It's happened to all of us recently: you're driving along, trying not to think about the contentious upcoming election, when you notice a bumper sticker on the car in front of you, emblazoned with the name of your least favorite candidate. What do you do?
If you're like most people, you choke down the bile rising in your throat, turn up the radio, and go to your mental happy place. But to a small number of motorists, bumper stickers are the equivalent of fighting words, which can affect the way those people drive.
That news comes via Openbay, an app that allows car-owners to get bids from a number of garages before having their vehicles serviced. Just for kicks, the company recently surveyed 330 Americans about their political beliefs and how those beliefs might affect their driving habits. Here are the survey's big takeaways:
- Of those surveyed, 30 percent said that they were Democrats, 32 percent said that they were Republicans, and 38 percent identified as Independents.
- That breakdown is roughly in keeping with the respondents' votes: 28 percent of respondents said that they were voting for Clinton, another 28 percent voiced support for Trump, 9 percent supported Gary Johnson, and 34 percent supported none of the three.
- Given that marked ambivalence, it's not surprising that just 2 percent of respondents said that they'd put a bumper sticker for a presidential candidate on their car. When asked why:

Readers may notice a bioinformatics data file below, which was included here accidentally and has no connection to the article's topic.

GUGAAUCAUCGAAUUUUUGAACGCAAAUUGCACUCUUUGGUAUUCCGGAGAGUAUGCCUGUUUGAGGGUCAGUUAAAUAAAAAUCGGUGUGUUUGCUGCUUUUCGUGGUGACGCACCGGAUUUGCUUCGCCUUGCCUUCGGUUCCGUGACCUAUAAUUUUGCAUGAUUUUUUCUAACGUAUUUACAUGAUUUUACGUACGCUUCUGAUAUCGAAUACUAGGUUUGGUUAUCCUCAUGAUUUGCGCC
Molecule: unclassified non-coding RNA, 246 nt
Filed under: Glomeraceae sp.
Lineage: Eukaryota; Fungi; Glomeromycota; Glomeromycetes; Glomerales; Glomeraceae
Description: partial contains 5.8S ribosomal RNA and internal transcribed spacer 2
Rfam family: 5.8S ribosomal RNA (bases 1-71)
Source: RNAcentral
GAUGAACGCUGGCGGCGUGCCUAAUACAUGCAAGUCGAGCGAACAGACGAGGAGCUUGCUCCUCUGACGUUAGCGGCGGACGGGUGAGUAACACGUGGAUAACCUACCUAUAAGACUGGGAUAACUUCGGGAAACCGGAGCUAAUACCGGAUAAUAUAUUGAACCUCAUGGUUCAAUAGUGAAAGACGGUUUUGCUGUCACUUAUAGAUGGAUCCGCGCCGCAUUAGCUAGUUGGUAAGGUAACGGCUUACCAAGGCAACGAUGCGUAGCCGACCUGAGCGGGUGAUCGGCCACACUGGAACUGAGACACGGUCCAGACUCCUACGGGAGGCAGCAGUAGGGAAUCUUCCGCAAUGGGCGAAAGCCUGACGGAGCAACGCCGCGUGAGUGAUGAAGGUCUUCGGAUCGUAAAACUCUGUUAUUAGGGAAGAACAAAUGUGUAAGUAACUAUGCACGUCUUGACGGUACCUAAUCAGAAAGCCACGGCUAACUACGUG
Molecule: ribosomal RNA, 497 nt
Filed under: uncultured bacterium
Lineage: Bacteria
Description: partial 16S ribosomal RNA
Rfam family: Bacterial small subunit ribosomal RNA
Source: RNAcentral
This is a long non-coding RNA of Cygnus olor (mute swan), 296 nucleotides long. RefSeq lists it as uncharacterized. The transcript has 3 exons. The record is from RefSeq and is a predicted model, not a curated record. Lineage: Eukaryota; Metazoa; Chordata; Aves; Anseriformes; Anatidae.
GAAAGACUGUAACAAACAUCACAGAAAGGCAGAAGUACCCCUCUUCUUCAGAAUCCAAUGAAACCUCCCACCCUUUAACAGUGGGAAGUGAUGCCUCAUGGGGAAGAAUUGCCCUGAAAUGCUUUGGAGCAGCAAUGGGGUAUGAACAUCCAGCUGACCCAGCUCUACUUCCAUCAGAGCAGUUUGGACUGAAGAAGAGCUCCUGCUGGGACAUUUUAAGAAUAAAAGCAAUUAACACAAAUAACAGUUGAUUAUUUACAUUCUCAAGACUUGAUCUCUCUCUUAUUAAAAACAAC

- 38 percent thought it would deface the vehicle;
- 36 percent thought the stickers were ugly;
- 27 percent said that they didn't care to share their political beliefs with strangers (those folks could teach the people of Facebook a thing or two);
- 15 percent were afraid of drivers who might get aggressive after seeing their bumper sticker;
- 4 percent actually said it would make them fear for their lives.
- Those last two groups of people might be on to something. Though most drivers said that bumper stickers touting political candidates they disliked didn't affect them, 6 percent admitted that they "gesture or drive aggressively when they see a bumper sticker whose presidential candidate they oppose".
- Who do those aggro folks support?
- 32 percent support Donald Trump
- 28 percent support Gary Johnson
- 20 percent support Hillary Clinton
- 20 percent support none of the three
- And just so you know: of the 6 percent of aggressive drivers, 60 percent were men, 40 percent were women.
Do bumper stickers for political candidates grind your gears? Or do you just keep on cruising and fantasize about next Wednesday? Share your thoughts in the comments below.